http://www.gofundme.com/aha310  

And think about joining Louis CK, Judd Apatow, and his own 19-year-old daughter and asking TMZ to remove the footage. 
More news here: https://www.facebook.com/brendacullerton

There’s something ominous about the silence surrounding the condition of Ardie Fuqua. Fuqua is the ‘unknown’ comedian who was pulled out of the wreckage of that horrific car crash with Tracy Morgan, two weeks ago. In yet another obscene act of emotional rubbernecking, TMZ saw fit to post footage of Ardie as he lay unconscious on the roadside. (Footage I refuse to look at.)  

For anyone who has ever seen Ardie at the Comedy Cellar, the thought of him, lying still and unconscious for even a moment, is inconceivable. That’s how alive and quick, how electric, he is on stage. HIs job as MC is a hellish one—to loosen up the crowd and make them laugh. This, often before they’ve been served a single drink. The miracle, small as it might seem to all but those who follow him as performers, is that he succeeds. He stalks and skitters across this tiny, claustrophobic space—eyeballing the audience, a grin as big as Eddie Murphy—always in a skinny suit jacket and tight jeans, stylish and full of life. So full of life.  

Two years ago, Fuqua lost his 19-year-old son in a freak basketball accident. The ball hit his son in the chest between heart beats. He died instantly.  The death of a child often turns a parent ancient overnight. Ancient, broken. But at 42-years-old, Ardie appears to be the youngest in the line-up—younger even the twenty and thirty somethings who headline his Thursday night gigs. I can only imagine his grin—the joy— he must have felt on that night he opened for Tracy Morgan in Delaware. All of which, again, makes the thought of him lying still and unconscious only hours later, too devastating to consider.  

What makes Fuqua as a comic so unique, at least to me, is not so much the laughter he inspires but the affection. He is genuinely loved by audiences and comics alike.  So please, consider making a contribution to Ardie Fuqua and his family through the Comedy Cellar’s Go Fund here:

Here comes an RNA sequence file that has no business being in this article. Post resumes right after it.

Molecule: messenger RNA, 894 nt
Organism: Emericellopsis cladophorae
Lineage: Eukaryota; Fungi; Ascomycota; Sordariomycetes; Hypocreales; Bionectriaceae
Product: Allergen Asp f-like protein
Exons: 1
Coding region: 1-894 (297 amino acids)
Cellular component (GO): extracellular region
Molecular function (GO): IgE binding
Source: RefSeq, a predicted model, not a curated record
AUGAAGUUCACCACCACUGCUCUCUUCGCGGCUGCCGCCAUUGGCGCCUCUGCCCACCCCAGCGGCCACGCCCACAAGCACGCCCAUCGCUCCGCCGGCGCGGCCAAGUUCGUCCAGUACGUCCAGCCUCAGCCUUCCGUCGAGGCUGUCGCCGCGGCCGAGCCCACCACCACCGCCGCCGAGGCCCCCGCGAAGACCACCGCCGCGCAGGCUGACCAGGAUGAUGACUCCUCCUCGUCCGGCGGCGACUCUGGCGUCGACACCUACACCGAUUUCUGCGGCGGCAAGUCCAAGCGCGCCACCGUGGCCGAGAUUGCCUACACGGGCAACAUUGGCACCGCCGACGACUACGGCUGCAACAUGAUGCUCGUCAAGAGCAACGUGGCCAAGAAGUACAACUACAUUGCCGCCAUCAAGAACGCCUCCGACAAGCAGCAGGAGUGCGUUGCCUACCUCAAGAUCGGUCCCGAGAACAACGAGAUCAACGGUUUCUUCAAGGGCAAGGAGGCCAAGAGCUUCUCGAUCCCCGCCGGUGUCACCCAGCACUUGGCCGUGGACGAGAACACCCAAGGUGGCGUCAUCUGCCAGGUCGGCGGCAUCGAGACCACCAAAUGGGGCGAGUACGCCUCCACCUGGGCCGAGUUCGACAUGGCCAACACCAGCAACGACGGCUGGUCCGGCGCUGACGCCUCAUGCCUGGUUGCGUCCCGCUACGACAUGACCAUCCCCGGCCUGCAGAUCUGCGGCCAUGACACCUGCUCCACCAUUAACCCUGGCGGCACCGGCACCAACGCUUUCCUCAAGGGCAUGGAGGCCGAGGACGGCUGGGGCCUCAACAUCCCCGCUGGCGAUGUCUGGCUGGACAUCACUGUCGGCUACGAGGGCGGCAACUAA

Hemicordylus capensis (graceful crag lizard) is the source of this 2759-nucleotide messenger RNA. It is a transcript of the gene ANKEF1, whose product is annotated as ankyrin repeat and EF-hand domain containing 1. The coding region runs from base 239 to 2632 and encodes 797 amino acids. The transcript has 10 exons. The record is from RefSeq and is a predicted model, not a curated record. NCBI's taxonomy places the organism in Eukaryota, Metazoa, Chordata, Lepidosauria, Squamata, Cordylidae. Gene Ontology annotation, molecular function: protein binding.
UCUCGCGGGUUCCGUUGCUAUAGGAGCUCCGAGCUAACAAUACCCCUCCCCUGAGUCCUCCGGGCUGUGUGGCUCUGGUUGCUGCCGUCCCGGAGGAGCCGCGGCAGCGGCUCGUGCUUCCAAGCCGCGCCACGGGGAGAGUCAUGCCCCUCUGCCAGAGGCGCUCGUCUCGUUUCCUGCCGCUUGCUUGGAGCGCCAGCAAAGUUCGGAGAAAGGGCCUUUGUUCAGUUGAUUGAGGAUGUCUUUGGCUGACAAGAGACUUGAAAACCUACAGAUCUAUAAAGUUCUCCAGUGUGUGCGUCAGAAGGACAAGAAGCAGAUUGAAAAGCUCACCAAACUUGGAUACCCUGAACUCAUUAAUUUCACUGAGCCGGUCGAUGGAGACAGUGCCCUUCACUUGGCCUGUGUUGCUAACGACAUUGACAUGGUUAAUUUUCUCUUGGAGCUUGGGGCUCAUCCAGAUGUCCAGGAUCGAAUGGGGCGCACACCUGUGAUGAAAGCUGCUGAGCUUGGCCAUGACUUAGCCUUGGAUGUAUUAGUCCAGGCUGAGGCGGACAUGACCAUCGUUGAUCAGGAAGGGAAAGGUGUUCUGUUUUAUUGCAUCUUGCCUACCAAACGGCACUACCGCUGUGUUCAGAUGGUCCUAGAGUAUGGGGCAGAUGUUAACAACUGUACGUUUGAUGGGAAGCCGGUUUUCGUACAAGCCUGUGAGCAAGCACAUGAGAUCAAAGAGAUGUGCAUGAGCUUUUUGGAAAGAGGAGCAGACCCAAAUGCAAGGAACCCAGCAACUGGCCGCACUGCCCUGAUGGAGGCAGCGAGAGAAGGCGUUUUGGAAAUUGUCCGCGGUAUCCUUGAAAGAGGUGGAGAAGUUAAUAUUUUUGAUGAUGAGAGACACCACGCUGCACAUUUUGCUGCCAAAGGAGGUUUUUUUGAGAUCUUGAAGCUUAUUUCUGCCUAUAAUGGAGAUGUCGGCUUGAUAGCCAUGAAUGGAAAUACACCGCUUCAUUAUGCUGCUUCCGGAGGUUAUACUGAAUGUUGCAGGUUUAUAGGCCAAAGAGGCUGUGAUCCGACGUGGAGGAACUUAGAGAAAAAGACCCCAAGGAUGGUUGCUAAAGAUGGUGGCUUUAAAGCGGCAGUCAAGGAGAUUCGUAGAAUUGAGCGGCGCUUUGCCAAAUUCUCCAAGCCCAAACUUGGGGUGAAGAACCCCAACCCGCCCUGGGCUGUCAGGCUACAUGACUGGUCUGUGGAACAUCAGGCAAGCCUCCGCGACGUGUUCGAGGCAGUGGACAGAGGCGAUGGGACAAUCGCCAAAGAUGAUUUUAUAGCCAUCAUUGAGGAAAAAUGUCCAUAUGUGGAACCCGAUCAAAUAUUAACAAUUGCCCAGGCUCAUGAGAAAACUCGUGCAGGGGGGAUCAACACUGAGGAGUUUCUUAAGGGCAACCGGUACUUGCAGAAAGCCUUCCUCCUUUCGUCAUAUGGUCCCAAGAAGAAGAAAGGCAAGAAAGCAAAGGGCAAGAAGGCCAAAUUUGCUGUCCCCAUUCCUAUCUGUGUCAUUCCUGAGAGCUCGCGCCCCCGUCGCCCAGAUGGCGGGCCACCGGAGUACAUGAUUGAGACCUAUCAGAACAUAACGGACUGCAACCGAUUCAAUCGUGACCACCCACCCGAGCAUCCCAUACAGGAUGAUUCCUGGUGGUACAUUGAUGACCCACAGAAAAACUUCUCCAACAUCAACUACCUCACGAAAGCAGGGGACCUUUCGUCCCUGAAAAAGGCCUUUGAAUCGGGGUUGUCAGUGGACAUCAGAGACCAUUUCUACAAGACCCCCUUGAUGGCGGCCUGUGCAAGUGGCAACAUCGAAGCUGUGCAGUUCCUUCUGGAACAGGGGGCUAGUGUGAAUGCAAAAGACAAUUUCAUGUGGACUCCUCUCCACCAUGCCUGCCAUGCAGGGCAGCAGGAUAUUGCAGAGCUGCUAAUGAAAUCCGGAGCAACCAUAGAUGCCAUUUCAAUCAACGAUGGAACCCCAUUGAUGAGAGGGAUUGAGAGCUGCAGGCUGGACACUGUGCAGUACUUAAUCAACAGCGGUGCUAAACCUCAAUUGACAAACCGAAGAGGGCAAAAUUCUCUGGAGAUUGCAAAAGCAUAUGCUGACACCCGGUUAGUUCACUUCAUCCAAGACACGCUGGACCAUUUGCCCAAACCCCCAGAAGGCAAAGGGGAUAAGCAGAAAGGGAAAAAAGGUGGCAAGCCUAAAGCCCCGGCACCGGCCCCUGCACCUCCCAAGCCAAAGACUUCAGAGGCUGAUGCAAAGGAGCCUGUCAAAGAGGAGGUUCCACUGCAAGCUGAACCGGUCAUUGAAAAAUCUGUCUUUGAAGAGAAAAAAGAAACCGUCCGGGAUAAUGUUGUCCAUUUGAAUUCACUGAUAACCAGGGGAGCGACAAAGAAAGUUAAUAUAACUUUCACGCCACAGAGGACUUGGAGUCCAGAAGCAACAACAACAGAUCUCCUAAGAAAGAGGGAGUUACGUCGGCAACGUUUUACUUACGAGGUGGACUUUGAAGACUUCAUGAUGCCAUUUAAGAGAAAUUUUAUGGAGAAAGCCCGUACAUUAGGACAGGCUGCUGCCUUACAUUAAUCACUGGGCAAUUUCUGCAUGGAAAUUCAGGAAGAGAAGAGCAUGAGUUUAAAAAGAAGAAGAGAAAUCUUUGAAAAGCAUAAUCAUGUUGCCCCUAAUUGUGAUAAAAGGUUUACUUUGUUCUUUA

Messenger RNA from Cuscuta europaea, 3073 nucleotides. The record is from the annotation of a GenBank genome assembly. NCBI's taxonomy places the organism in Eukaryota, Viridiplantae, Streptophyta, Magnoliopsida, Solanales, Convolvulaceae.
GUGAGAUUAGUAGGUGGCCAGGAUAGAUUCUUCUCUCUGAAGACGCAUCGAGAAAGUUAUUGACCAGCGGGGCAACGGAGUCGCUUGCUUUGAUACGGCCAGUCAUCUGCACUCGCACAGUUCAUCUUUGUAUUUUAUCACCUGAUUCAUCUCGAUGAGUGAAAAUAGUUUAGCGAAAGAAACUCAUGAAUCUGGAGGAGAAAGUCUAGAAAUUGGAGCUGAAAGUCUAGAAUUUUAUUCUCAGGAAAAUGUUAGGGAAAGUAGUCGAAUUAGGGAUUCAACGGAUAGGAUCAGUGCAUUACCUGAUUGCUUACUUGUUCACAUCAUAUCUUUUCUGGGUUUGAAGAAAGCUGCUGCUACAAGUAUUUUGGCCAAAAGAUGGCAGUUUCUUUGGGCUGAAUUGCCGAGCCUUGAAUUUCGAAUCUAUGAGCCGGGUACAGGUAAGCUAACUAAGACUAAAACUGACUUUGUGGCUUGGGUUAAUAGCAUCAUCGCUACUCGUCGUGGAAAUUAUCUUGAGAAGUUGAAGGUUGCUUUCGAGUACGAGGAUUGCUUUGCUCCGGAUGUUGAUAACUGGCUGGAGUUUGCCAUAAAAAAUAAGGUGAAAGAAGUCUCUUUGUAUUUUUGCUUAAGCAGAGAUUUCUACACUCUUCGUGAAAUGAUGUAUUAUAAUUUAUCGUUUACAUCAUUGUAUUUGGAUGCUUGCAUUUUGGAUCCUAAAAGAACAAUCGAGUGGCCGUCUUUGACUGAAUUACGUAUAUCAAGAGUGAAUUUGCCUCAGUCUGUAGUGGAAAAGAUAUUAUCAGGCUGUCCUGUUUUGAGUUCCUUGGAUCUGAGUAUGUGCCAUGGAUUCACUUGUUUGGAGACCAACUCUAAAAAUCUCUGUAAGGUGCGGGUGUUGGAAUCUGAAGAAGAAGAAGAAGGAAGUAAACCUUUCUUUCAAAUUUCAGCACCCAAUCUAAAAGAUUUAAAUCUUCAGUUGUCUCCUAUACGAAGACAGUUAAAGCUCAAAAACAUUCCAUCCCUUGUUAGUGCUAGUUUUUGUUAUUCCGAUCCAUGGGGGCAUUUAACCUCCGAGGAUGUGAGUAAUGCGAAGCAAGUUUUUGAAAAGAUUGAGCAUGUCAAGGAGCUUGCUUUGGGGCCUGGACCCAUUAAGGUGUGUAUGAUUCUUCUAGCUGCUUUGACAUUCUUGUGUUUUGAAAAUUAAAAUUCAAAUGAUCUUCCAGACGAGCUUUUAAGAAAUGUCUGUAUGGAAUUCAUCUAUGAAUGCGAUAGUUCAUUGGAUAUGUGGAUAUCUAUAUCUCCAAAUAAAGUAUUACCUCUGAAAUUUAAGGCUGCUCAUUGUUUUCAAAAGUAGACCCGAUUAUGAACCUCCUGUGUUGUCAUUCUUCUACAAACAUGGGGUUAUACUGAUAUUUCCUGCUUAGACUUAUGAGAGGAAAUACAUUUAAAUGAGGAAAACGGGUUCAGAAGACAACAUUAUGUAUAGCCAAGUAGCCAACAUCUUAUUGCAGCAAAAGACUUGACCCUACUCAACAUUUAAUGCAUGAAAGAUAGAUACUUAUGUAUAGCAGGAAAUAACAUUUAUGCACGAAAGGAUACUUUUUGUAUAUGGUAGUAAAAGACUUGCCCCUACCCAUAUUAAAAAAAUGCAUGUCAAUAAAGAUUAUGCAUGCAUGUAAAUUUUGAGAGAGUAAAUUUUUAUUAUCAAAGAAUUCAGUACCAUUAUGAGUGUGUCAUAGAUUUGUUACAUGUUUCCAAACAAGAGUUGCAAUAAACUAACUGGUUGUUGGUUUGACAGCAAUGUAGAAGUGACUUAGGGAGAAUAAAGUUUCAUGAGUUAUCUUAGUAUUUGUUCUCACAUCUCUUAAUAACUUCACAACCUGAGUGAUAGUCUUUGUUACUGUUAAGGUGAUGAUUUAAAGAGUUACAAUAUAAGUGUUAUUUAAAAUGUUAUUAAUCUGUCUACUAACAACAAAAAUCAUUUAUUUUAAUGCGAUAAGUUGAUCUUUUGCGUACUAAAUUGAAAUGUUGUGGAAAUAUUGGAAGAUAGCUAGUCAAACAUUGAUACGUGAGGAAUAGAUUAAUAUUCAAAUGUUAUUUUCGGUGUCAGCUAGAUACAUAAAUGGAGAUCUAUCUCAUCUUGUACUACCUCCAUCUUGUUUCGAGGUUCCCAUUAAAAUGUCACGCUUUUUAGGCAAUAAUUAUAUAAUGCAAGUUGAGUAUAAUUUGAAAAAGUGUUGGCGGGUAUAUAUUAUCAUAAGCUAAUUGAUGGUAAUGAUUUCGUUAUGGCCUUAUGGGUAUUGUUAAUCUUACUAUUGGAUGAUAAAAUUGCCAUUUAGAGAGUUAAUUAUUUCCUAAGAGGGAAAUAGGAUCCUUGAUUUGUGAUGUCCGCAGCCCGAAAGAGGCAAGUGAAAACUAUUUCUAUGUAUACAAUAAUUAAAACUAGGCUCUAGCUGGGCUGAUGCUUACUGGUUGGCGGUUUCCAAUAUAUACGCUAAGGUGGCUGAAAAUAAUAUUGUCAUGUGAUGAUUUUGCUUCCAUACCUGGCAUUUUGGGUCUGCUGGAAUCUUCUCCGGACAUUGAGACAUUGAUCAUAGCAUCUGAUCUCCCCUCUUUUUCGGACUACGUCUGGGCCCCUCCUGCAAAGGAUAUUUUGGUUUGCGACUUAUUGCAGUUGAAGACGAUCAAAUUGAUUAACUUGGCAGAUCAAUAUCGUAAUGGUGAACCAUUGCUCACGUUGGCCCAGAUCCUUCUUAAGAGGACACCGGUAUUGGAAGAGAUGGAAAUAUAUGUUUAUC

http://www.gofundme.com/aha310  

And think about joining Louis CK, Judd Apatow, and his own 19-year-old daughter and asking TMZ to remove the footage. 

More news here: https://www.facebook.com/brendacullerton

New Google slogan!

 
"Triggers are not only relevant to sexual misconduct, but also anything that may cause trauma. Be aware of racism, classism, sexism, heteroism, cissexism, ableism, and other issues of privilege and oppression…” (an excerpt from a draft circulated by students at Oberlin College, requesting professors to place trigger warnings in their syllabuses.) 

I was so enraged, reading this front page article in The Times on Sunday, I was shaking. Who do these kids think they are? Do they THINK, at all? The tyranny of it. The ignorance. I mean, what the fuck is the point of education if it isn’t to trigger, to provoke, to incite…. Emotions, argument, debate, uncertainty? 
Life is not like driving with air bags. It hurts. And there’s very little to cushion the blows. Life is about intolerance and pain and very ugly truths. Of course, it is also about joy and courage and love and change. And this is what a great education prepares you for. Life. So stop reducing it to endless ‘ism’s’ and get out there and LIVE it! 

http://www.nytimes.com/2014/05/18/us/warning-the-literary-canon-could-make-students-squirm.html

Mesmerized by the elevator footage. And ashamed of myself. Thinking what a hideous life it must be, to live in the public eye. Particularly these days when we have all become that EYE; when the whole concept of privacy seems to have mutated/morphed into this strange new ‘culture’ of sharing. Is there anything left we don’t share? Photos, playlists, apps, sexual orientations, office space, secrets, opinions/feelings about food, teachers, movies, books, lovers.  I mean, what incredible irony. We who so loathe the idea/the reality of government surveillance; of security cameras tracking our every move.  I hated myself, every time I clicked replay at TMZ, yesterday. I did. I felt like an emotional rubbernecker. But sometimes, i fear that this is what the culture of sharing has created—a world of emotional rubberneckers.